to maine are still in its path. utility crews in new jersey have been working 16-hour shifts since monday to restore power. new jersey governor phil murphy. >> folks are frustrated enough. count me among them. we got to do a post-mortem and figure out how we can still have 20-odd thousand outages. >> reporter: in scarsdale, new york, myrna manner is going on her sixth day without electricity. she lost power during friday's storm. >> food spoiled and had to be thrown away. it's been a complete and total disaster. >> reporter: when the snow stops, parts of new york city could see nearly a foot of snow. schools in many places will be closed, and those power crews will be working to get the lights back on contending with not only cold temperatures but gusting winds. jeff? >> glor: kris van cleave leading us off tonight. kris, thank you very much. along the coast, the major threat again is flooding. demarco morgan is in duxbury, massachusetts, which is still drying out from the last storm.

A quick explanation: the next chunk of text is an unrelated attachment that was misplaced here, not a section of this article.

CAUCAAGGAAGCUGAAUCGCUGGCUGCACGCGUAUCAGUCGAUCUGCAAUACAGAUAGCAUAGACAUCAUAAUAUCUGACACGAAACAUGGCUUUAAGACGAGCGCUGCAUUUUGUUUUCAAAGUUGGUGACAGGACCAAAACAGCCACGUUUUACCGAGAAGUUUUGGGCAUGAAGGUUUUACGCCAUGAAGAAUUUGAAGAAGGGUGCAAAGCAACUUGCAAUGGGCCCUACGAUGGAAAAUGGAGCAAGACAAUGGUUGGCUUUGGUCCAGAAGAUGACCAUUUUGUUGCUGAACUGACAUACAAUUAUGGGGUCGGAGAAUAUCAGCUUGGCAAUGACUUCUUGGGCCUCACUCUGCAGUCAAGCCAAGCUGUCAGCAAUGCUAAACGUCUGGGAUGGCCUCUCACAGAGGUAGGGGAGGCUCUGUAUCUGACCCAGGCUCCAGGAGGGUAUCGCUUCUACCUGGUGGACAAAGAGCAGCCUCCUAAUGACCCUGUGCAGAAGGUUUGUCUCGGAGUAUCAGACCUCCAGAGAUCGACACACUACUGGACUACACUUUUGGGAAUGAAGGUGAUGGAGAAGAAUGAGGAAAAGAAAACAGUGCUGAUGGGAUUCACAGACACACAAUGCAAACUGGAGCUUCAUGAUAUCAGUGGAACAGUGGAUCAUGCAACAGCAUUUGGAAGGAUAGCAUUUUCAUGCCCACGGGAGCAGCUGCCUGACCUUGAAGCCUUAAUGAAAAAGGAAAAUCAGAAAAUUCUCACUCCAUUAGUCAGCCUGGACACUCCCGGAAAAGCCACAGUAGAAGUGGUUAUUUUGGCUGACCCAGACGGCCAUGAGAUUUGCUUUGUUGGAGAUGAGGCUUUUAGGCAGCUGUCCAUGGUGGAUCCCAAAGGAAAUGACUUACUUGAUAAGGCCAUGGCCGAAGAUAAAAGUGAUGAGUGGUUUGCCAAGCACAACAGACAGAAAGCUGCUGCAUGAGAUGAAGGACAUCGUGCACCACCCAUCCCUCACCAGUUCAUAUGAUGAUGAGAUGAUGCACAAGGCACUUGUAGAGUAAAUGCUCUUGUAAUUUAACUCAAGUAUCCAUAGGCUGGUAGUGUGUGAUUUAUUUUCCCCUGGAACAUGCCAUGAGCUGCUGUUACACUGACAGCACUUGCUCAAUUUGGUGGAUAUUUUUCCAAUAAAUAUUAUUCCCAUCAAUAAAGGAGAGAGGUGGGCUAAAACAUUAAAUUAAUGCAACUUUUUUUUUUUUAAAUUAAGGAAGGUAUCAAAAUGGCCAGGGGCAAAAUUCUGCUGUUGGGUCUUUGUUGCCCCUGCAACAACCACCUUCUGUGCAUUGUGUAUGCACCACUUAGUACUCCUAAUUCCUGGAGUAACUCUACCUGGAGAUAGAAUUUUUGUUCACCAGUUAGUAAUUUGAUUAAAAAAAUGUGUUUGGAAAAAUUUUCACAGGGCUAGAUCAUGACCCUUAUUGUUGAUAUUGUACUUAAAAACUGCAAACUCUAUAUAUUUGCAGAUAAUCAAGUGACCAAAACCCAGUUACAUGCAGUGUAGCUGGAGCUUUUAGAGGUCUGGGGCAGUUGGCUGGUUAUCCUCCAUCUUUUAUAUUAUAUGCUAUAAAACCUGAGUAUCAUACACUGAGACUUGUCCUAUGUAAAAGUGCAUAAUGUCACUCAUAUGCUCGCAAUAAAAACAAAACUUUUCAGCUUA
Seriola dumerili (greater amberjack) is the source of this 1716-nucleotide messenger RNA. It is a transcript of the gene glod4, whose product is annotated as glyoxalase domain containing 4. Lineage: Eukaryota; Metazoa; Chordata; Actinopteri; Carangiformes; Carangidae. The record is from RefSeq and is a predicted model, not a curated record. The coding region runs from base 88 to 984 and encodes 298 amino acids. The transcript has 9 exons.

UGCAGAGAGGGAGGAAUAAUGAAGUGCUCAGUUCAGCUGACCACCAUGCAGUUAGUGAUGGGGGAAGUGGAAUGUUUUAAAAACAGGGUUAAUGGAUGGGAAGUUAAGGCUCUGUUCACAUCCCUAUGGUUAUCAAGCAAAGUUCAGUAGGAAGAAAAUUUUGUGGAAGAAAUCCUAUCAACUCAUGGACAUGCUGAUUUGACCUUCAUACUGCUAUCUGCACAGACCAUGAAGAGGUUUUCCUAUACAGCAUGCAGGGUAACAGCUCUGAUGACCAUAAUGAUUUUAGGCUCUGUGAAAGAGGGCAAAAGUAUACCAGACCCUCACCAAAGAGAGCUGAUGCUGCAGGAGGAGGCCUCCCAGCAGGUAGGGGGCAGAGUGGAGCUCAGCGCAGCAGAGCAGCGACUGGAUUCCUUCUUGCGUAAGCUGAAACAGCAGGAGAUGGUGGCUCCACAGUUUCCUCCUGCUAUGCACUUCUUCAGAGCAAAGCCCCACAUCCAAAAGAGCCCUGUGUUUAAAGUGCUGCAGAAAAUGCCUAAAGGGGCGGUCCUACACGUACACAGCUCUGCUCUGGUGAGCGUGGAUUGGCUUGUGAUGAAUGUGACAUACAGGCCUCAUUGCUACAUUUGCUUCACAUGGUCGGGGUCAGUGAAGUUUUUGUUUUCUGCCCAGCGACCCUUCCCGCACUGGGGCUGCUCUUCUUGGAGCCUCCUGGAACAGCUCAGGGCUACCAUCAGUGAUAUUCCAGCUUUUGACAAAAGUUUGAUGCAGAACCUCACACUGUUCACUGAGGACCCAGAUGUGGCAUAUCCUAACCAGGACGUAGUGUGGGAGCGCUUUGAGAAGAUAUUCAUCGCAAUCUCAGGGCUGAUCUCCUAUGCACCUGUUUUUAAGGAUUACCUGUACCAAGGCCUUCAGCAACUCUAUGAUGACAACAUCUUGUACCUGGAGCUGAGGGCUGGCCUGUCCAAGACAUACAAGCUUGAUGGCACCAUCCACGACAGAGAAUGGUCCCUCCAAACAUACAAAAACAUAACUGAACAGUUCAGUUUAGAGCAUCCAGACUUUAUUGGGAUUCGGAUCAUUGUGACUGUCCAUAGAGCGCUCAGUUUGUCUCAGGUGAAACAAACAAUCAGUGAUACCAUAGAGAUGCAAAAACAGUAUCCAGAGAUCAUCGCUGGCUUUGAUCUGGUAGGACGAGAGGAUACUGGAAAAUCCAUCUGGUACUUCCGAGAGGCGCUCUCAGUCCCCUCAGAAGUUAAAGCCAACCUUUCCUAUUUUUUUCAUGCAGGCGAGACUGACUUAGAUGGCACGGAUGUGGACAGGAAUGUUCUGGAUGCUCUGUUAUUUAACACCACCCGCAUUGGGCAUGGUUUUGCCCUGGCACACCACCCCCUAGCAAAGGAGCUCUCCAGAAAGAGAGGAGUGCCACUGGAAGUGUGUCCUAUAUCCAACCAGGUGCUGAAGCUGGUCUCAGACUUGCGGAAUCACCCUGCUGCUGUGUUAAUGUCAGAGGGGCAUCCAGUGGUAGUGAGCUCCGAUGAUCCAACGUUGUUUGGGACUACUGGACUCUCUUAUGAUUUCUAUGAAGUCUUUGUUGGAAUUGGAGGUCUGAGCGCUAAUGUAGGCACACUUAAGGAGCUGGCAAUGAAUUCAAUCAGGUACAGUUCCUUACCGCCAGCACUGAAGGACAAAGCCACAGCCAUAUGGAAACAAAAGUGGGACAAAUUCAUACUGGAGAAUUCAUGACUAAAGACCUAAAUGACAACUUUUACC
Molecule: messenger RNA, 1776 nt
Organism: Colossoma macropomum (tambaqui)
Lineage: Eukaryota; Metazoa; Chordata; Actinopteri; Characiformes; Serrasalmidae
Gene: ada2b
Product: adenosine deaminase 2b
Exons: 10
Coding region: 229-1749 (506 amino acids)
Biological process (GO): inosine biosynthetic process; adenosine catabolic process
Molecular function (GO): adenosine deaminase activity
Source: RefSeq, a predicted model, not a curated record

demarco, how is it looking tonight? >> reporter: jeff, good evening. this entire block here is it has been raining non-stop for the past couple of hours. and officials here believe the flooding will only get worse. the ocean engulfed dozens of homes in duxbury, massachusetts. a nor'easter that blasted through last week battered and broke open two sections of this 65-year-old seawall, leaving some areas under four feet of water. fire chief kevin nord is worried about more flooding with the high tide. chief, what's your biggest fear? >> losing this for the town, and to lose this and compromise this whole area would change really the landscape. immediately, though, it's always the residents and make sure we protect their homes. >> reporter: take a look at this huge, gaping hole right here. now these stones and massive rocks have been placed here as the last line of defense to save homes like this one and many others in this area. yesterday the duxbury fire department went door to door